One-third of U.S. principal farm operators are at least 65 years old

One-third of U.S. principal farm operators are at least 65 years old

In 2013, roughly 34 percent of all U.S. principal farm operators were at least 65 years old, nearly three times the U.S. average share of older nonagricultural self-employed workers, according to a report by USDA’s Economic Research Service.

Retirement farms had the highest percentage of older operators (67 percent) — as might be expected — followed by low-sales farms (41 percent).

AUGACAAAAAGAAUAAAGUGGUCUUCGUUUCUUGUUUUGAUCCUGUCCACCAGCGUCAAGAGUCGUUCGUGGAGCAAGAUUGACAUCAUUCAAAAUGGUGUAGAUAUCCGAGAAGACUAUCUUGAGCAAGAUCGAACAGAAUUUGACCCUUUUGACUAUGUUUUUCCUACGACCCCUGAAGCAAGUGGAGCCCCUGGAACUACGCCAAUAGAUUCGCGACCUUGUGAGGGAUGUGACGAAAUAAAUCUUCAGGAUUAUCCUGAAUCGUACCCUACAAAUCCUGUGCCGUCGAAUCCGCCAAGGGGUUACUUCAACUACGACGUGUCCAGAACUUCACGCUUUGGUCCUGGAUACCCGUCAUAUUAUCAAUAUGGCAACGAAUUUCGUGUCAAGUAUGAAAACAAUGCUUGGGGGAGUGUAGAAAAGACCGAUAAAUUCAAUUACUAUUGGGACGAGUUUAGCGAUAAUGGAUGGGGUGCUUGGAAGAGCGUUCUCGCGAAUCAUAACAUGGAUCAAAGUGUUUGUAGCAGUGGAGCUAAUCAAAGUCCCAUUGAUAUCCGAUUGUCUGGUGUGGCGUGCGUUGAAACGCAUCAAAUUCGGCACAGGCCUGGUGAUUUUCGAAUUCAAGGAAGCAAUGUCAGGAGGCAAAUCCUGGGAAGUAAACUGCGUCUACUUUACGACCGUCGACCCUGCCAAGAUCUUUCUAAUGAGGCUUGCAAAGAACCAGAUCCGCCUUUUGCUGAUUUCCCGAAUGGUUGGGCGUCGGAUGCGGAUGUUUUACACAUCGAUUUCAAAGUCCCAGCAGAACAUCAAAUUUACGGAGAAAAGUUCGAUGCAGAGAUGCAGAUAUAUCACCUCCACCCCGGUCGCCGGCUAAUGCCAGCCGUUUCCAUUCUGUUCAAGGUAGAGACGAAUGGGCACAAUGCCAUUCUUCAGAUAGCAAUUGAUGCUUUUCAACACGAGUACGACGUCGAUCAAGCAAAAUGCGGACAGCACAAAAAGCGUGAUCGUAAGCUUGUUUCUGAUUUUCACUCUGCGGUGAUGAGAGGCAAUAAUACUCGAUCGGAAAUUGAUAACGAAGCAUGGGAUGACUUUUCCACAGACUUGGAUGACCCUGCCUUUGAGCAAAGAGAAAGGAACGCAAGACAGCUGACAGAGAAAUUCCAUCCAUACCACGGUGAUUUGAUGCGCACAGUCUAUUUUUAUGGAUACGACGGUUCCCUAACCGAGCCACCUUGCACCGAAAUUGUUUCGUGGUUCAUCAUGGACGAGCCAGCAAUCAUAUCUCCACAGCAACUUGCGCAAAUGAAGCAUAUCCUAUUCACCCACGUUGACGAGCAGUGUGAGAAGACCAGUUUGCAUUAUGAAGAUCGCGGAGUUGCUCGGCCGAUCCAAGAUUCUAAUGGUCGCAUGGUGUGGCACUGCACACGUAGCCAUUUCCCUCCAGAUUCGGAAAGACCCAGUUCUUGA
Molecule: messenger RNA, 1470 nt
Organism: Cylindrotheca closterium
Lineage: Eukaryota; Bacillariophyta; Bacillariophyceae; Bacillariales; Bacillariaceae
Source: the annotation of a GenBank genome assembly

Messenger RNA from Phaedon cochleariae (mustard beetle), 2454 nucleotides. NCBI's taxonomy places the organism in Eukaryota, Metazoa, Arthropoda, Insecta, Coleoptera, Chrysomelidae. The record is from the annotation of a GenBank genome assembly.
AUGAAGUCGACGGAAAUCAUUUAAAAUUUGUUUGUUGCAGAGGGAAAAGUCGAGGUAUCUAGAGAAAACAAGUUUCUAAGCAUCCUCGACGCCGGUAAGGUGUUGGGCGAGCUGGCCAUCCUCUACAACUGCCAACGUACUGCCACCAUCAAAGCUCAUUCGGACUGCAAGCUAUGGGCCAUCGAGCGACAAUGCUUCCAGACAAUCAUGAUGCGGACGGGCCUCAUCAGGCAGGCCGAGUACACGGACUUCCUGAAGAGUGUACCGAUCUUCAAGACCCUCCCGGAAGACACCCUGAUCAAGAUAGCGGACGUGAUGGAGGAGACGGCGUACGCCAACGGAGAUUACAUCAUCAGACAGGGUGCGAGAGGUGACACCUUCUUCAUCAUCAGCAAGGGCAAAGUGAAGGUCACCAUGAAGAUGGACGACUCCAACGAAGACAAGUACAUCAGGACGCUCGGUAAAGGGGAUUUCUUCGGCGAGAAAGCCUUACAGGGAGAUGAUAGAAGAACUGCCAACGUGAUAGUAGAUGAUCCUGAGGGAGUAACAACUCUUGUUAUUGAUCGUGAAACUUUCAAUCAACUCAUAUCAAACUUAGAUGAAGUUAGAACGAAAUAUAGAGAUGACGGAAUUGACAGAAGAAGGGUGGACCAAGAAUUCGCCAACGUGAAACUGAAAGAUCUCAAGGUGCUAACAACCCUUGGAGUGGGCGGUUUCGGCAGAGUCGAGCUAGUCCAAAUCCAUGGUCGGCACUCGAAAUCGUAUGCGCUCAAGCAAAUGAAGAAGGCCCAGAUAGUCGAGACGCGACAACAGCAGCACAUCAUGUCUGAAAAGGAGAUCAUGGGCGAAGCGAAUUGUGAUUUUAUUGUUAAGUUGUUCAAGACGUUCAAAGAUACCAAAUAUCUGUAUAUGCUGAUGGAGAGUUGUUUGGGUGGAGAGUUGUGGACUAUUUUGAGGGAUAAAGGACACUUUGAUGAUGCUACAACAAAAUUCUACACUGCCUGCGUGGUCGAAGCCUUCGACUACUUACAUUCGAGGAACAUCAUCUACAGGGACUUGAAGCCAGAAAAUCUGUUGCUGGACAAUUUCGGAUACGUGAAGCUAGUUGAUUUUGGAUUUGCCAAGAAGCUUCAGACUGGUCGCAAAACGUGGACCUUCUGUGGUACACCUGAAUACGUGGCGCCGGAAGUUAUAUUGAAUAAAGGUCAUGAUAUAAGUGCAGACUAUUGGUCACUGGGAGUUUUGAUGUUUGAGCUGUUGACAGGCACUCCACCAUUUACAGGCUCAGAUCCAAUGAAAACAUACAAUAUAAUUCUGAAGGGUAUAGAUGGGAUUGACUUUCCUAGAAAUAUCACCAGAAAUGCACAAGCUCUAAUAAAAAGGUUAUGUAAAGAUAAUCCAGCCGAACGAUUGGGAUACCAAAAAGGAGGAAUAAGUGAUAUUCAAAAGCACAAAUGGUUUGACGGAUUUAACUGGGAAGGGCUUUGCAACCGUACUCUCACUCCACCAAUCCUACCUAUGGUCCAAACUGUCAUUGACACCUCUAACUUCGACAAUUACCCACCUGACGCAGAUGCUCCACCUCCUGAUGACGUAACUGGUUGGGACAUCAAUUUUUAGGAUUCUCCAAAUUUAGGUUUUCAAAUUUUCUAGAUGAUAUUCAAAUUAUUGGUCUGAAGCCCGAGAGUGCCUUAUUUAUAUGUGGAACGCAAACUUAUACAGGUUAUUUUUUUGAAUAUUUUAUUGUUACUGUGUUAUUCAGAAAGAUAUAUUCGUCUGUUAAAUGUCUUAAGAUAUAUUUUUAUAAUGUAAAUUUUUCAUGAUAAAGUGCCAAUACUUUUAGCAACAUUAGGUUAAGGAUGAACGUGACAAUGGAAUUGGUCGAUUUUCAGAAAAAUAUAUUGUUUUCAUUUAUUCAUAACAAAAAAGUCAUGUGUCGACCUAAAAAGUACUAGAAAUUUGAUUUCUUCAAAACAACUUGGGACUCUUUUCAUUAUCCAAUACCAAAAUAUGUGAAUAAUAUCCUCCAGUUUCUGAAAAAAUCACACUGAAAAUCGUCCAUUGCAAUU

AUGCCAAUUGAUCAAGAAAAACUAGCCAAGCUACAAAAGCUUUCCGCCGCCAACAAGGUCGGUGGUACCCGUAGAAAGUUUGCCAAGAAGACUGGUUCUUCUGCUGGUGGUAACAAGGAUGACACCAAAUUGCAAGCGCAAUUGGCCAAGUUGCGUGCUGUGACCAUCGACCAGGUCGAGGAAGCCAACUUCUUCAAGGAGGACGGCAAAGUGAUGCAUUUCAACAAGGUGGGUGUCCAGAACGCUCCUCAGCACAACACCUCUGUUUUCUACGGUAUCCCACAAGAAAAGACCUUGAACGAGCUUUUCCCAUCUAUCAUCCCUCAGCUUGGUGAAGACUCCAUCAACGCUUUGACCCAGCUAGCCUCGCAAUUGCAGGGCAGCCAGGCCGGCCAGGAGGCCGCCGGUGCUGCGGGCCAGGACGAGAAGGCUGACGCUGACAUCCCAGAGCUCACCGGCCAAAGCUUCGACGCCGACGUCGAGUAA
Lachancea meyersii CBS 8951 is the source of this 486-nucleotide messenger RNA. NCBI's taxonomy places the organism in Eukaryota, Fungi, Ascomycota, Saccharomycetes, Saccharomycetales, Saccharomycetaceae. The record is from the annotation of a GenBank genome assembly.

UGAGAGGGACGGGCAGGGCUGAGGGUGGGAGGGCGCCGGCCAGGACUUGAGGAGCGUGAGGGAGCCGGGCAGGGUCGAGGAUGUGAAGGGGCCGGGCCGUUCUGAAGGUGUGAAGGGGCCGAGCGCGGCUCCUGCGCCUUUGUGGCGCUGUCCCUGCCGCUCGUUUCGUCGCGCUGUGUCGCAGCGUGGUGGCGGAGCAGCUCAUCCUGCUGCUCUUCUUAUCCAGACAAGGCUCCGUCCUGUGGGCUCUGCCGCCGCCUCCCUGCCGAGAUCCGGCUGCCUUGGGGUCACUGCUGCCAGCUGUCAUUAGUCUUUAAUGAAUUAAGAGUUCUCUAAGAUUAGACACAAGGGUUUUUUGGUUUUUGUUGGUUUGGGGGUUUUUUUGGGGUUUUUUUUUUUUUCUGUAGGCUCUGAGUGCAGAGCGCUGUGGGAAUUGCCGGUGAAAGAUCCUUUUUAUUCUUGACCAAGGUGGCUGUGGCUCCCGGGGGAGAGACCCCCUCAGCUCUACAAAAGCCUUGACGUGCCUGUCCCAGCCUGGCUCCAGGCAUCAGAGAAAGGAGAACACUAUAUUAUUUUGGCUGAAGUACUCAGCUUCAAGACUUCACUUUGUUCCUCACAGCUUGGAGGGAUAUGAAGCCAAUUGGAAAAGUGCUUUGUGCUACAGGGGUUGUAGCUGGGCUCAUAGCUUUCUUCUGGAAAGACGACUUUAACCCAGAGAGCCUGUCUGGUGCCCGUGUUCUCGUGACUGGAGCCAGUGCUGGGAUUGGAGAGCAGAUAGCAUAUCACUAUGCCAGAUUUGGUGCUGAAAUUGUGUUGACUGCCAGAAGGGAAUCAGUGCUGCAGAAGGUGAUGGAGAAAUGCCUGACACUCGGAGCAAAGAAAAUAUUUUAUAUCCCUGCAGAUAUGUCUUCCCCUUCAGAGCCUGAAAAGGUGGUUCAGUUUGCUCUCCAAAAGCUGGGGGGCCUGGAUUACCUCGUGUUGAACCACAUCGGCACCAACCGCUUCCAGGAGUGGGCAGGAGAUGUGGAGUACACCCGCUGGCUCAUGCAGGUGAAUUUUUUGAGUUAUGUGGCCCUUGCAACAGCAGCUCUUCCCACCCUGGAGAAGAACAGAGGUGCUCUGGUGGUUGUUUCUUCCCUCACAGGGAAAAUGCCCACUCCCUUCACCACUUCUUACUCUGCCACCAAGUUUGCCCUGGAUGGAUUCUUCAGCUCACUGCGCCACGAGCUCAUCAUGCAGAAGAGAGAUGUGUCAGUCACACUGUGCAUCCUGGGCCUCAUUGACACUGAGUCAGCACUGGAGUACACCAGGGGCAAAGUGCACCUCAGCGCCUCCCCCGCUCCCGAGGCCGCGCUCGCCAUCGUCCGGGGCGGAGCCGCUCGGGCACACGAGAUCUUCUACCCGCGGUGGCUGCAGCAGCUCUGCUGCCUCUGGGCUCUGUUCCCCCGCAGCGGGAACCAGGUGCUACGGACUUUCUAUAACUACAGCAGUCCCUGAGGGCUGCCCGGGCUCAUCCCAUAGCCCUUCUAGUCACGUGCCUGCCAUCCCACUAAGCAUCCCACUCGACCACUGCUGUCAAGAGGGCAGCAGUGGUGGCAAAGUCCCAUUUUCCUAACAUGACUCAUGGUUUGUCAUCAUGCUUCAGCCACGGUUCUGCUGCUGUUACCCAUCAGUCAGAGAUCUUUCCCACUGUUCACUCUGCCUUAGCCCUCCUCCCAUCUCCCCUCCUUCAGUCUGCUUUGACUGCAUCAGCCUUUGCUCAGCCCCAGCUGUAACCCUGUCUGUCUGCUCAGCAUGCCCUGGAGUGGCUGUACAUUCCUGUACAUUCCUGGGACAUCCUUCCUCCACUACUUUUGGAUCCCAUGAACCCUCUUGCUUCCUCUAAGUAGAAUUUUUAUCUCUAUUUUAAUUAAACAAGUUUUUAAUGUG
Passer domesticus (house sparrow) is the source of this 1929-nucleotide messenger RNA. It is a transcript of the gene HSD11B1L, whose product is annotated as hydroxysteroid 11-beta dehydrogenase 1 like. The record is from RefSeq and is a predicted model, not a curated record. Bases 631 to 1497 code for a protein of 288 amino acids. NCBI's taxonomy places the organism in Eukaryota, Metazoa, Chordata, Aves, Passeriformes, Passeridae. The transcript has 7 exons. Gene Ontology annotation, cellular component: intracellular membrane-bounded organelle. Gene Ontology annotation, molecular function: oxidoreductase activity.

The advanced age of farm operators is understandable, said ERS, given that the farm is the home for most farmers, and farmers can gradually phase out of farming over a decade or more.

Improved health and advances in farm equipment also allow operators to farm later in life than in past generations.

Principal operators of more commercially oriented farms — large farms with gross cash farm income (GCFI) of a million dollars or more — more closely resembled the nonagricultural self-employed workforce, with 14 to 17 percent age 65 and over.

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